IF a picture is worth a thousand words, then surely the same can be said of a Venn diagram?
That was the thinking behind a politics project launched by The Detail six months ago.
It was a new Twitter account called: @StormontCircles
The idea was to use Venn diagrams to make points about politics, whether that be analysing events, busting-myths or challenging political policies.
By distilling complex issues into simple images, we wanted to make meaningful observations at a glance: political commentary for the digital age.
Here, we review some of the most popular Venns from the first six months of the project, from September 2014 to February 2015, with explanations of the context at the time of their publication.THE PEACE PROCESS
When @StormontCircles was launched, political debate around the Northern Ireland Assembly was dominated by rows over budgets and policies. But was the real logjam the inability of unionist and nationalist politicians to work together?
A deeper crisis existed in the peace process, fuelled by poor relations between parties at Stormont, poor oversight by the UK government, plus the Conservative Party’s courting of the DUP:
Debates over Stormont’s problems focused on financial matters, but was this ignoring a wider crisis? Had we lost focus?POLITICAL NEGOTIATIONS
When the British and Irish governments launched negotiations to prevent a collapse of the Assembly, public confidence in the talks was rock bottom:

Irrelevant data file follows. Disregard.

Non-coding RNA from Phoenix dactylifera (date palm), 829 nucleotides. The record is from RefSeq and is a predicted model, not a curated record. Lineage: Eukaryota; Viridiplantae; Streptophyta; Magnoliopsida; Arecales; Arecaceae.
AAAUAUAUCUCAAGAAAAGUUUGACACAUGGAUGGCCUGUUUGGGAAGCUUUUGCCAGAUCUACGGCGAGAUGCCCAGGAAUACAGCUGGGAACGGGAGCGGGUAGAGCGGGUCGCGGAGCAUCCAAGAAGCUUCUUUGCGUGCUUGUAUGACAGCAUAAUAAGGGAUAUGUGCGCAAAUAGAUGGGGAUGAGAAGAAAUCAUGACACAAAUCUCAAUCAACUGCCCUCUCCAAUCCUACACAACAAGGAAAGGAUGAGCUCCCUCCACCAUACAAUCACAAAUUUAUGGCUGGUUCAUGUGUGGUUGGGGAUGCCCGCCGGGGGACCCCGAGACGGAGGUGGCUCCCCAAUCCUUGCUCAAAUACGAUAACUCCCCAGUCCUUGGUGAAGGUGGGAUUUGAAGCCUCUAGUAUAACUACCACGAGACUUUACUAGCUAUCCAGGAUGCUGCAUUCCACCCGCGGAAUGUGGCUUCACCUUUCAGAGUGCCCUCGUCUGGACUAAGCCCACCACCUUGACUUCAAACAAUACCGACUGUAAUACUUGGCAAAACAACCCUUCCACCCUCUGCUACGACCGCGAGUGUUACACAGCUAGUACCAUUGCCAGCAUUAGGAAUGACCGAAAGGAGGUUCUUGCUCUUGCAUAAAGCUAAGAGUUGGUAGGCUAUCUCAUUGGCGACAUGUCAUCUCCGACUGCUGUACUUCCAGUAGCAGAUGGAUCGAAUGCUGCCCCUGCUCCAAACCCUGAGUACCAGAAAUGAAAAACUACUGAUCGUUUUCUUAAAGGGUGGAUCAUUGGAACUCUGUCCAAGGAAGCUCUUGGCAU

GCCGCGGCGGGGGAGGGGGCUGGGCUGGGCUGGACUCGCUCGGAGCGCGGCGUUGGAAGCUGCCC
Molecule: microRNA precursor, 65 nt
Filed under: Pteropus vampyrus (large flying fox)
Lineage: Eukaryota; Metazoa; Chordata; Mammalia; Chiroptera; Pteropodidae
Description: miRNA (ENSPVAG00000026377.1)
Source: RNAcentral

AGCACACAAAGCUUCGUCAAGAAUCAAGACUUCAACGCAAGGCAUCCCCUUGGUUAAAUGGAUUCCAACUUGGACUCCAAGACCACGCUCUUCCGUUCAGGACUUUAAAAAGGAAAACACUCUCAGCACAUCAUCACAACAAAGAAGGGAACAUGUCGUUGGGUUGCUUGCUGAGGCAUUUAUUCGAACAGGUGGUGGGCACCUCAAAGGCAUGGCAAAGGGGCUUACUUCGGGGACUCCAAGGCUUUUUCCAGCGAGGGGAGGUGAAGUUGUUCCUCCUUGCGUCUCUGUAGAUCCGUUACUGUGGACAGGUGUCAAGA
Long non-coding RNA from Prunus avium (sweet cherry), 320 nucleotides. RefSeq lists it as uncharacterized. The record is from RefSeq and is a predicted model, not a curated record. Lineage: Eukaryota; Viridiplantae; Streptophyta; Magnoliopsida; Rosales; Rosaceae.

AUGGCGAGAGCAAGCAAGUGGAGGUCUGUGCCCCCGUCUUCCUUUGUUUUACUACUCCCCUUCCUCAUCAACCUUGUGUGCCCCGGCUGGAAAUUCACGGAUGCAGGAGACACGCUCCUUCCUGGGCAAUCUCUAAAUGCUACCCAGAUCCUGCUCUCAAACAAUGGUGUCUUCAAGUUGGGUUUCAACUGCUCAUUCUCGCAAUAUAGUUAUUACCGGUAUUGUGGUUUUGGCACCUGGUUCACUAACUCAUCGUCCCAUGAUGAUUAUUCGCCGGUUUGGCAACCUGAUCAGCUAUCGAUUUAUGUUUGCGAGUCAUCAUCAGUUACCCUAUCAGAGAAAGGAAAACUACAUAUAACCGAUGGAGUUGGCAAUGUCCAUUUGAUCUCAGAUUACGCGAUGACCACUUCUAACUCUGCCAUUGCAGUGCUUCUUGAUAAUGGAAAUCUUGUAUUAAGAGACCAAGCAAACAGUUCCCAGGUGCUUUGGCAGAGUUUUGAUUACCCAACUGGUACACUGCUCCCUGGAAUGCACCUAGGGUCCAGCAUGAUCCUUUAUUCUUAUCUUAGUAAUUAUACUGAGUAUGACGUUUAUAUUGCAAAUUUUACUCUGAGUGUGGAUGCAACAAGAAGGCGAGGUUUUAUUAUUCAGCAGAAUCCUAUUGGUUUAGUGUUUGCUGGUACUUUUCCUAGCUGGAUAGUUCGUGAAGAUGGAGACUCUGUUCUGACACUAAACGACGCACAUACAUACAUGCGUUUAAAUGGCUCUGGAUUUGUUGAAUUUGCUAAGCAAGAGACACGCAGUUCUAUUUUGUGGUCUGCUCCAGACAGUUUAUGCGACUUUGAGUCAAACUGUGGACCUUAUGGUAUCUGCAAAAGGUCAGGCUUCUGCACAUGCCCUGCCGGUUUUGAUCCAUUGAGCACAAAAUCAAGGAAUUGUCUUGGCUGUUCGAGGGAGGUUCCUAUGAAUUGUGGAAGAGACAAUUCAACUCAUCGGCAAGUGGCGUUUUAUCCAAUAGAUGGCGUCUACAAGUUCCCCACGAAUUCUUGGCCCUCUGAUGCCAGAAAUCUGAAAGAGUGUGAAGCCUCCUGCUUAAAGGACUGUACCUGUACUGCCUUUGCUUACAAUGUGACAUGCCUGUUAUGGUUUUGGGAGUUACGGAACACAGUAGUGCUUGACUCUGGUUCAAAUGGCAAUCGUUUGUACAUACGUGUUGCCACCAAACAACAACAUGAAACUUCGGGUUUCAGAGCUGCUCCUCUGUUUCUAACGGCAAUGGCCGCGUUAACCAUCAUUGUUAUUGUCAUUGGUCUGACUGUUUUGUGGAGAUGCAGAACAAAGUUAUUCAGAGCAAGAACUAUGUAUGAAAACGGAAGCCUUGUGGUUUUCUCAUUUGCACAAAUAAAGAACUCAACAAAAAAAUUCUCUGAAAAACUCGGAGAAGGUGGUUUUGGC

As the political negotiations carried on into the Christmas period, hopes were not high:
But Prime Minister David Cameron and Taoiseach Enda Kenny promised some seasonal cheer:STORMONT GOES TO THE MOVIES:
Mr Cameron and Mr Kenny left the talks without a deal. It was also the day that the new Hobbit movie was released:
Public cynicism grew. And again, in the wider world, the talk was of movies and the promise of a new Star Wars film:
When a political deal was eventually announced, it emerged that rather than getting new money, Stormont had merely secured greater borrowing powers:SOCIAL ISSUES
Politics impacts on wider society and the plight of victims of the Troubles needed to be highlighted:
Racist and homophobic attacks hit the headlines. @StormontCircles produced a Venn diagram on homophobia following attacks on a gay man who was mourning the death of his husband:
On the reform of the welfare system, there were questions over a new Stormont safety net that promised to protect the most vulnerable from cuts:THE POLITICAL PARTIES
With the Sinn Féin President now based in Dublin, unionists complained that Gerry Adams was too often leaning in to influence events at Stormont:
The continuing battle between the DUP and Sinn Féin was overshadowing other important work:
But when tensions emerged inside the ranks of the DUP – after the party leader Peter Robinson was challenged by some of his senior colleagues – that Venn diagram had to be amended:
As the party conference season started, internal tensions emerged in the SDLP over its efforts to position itself as a critic of government policy, while also being a member of the government:
The Ulster Unionist Party declared it opposed the old ‘binary politics’ of `orange Vs green’, but then promptly called for an election pact with the DUP to win Westminster seats from nationalists:
And while the DUP declared its desire for a Northern Ireland for everyone, it complicated this message by opposing issues important to some sections of society, including Irish language legislation and marriage rights for same sex couples:
We’ll keep the Venns coming, as politics here continues to go round in circles.
Follow the Stormont Circles account today by going to Twitter @StormontCircles